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|Author||Monte Cook and Sean K. Reynolds|
|Publisher||Wizards of the Coast|
Ghostwalk is a book that introduced a campaign setting for the 3rd edition of the Dungeons & Dragons game, similar to Forgotten Realms or Dragonlance. Unlike most other D&D settings, however, Ghostwalk was designed to be released as a single book which would contain all the material for the world.
The central locale for the Ghostwalk setting is a city called Manifest, a mausoleum city built atop a geological feature known as the Veil of Souls which leads the spirits of the departed on to the True Afterlife. In the immediate surroundings of the city of Manifest, the ghosts of the dead may cross the barrier into the land of the living and interact with their loved ones as translucent beings forged of ectoplasm, their ghost bodies marked by whatever injuries killed them and often driven by some craving for some aspect of the living world, such as music or food. A manifested ghost may fairly easily be returned to his body by resurrection magic and so in the City of Manifest one may die a great many times and be returned to his body with no harmful side effects. The one danger in exploring the other side of death as a ghost is the Calling, an unshakable urge that overcomes ghosts at some point in their unlife that drives them to forsake the world and pass into the True Afterlife. Such a transition is permanent and marks the end of a character
While all sentient races have spirits, only the human and demihuman races (human, half-elf, half-orc, elf, gnome, dwarf, and halfling) can travel to Manifest and live again as ghosts. A great many nonhuman races are jealous of this gift, and have sought to destroy Manifest throughout its history. Several times they have succeeded, razing the city to the ground, forcing it to be rebuilt atop its own ruins. This has resulted in an underworld of forgotten catacombs, all that is left of the many cities left behind. Below these are vast natural caverns and tunnels that increase in size and complexity surrounding the Veil of Souls. All of these are filled with all manner of monsters and villains, but also treasures lost. Hence Manifest is home to adventurers as well as mourners and the dead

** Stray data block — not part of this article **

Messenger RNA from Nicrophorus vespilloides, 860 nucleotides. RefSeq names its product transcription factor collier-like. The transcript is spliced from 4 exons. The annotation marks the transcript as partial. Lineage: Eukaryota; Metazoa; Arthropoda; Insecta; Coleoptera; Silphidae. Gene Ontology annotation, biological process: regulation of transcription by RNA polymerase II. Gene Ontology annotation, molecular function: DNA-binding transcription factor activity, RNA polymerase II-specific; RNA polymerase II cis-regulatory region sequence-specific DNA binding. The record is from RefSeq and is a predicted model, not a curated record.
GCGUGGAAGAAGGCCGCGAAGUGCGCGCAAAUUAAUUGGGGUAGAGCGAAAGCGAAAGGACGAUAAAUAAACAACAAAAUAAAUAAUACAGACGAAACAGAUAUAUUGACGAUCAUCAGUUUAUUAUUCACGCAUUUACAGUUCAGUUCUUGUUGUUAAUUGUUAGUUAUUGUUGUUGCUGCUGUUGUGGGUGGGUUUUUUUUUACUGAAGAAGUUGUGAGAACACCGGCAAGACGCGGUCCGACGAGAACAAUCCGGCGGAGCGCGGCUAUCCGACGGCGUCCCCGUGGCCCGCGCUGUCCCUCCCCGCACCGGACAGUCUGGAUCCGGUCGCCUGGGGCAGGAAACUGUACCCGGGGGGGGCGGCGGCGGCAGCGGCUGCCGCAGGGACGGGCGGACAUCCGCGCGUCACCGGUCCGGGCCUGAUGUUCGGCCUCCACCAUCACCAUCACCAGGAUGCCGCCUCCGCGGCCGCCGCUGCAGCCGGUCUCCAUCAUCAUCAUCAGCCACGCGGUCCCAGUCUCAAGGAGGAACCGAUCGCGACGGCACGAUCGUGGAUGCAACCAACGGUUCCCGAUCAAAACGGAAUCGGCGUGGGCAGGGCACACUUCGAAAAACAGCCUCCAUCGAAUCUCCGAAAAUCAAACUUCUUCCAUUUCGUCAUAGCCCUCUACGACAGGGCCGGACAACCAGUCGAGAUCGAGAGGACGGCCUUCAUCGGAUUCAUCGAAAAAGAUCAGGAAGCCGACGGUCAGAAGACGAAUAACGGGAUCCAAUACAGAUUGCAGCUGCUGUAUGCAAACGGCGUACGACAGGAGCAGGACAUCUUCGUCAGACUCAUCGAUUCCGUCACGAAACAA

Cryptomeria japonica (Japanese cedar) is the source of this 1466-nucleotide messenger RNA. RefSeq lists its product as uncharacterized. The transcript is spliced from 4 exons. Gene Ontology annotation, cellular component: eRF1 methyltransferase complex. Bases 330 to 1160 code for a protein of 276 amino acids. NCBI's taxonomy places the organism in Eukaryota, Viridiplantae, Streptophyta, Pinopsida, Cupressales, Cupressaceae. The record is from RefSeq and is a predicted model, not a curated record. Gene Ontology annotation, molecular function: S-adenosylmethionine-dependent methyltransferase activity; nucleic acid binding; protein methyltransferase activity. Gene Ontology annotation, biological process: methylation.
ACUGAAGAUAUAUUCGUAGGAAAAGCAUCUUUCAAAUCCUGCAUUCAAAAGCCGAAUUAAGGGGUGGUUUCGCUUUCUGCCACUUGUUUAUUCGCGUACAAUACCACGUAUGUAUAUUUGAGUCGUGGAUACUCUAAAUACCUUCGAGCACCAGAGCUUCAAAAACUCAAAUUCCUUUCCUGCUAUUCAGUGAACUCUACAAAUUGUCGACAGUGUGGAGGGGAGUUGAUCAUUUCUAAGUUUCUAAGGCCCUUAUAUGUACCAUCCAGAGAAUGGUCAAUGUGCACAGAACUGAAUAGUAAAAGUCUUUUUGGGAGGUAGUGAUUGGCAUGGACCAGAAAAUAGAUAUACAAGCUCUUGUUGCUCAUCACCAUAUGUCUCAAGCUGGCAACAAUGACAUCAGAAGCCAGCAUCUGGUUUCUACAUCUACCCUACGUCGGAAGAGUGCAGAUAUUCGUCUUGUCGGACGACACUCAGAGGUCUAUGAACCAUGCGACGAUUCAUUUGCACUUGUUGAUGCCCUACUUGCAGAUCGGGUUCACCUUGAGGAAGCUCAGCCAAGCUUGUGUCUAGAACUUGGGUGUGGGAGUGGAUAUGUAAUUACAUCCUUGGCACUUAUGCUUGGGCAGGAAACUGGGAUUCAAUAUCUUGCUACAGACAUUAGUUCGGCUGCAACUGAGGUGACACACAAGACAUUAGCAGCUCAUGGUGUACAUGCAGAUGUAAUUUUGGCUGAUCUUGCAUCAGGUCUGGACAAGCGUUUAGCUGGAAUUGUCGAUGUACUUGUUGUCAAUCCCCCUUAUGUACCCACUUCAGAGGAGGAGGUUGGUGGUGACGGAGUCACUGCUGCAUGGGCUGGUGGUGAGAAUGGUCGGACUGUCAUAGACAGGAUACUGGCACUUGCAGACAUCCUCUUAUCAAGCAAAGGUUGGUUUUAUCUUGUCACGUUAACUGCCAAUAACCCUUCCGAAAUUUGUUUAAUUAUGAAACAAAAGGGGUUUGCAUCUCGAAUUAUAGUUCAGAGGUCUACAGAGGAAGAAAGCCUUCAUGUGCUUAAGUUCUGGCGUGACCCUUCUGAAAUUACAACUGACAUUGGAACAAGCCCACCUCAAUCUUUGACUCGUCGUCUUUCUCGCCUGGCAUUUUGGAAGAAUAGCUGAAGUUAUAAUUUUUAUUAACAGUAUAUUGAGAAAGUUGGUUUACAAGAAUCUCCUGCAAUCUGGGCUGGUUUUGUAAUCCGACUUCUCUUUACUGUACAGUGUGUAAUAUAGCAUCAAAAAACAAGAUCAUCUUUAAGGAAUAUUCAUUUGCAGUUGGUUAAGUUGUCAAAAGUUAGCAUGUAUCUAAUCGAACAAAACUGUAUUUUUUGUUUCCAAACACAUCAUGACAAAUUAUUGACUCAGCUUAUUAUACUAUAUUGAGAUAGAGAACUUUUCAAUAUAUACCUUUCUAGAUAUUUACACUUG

Of the enemies of the City of Manifest, perhaps the most persistent are the Yuan-ti, snake people who long for power and immortality and thus hate everything the city stands for.
Introduction: Includes information on the campaign options and the general concept of Ghostwalk and the city of Manifest itself.
- All About Ghosts.: Contains information on the nature of Ghosts presented in the book as well as their characteristics and powers. The two ghost classes are introduced: The Eidolon and Eidoloncer as well as several prestige classes involving ghosts. New Skills and Feats are also introduced as well as new equipment, spells and magical items.
- The City of Manifest Has information on the City itself as well as its history and new gods unique to the setting. Information on adventures and the city's lay out and workings is also provided.
- The Ghostwalk Campaign: Provides information on how to run adventures in the setting as well as themes and enemies often encountered.
- Countries: Documents countries that exist around the city of Manifest and their relationship to the city.
- Monsters : Contains several new monsters for use in the campaign:
- Artaaglith (Demon)
- Bonesinger (Template)
- Dread Ram
- Ectoplasmic Vermin
- Fire Spectre
- Ghost (Template)
- Monstrous Vampire (Template)
- Mumia (Template)
- Spectral Seed
- Spirit Tree
- Undead Martyr
- Yuan-Ti (Template)
- Adventures : Contains seven adventures to get started in the city of Manifest that range from level one to twelve.
Ghostwalk was published in June 2003, and was written by Monte Cook and Sean K. Reynolds. Cover art was by Brom, with interior art by Thomas Baxa, Dennis Cramer, Michael Dutton, Emily Fiegenschuh, Jeremy Jarvis, David Martin, Puddnhead, Vinod Rams, Wayne Reynolds, Scott Roller, Richard Sardinha, and Ron Spencer.
Sean Reynolds explained where the idea came from, to make it possible to play a dead PC as a ghost: "I think it was just a matter of Monte and me understanding that one of the least fun parts of the game is when a character dies. Not only is there a feeling of loss regarding the character, but also the player doesn't have anything to do until a new character can be brought in. We thought a campaign where a character's death wouldn't be the end of play for that character or player would be a neat twist on standard D&D."
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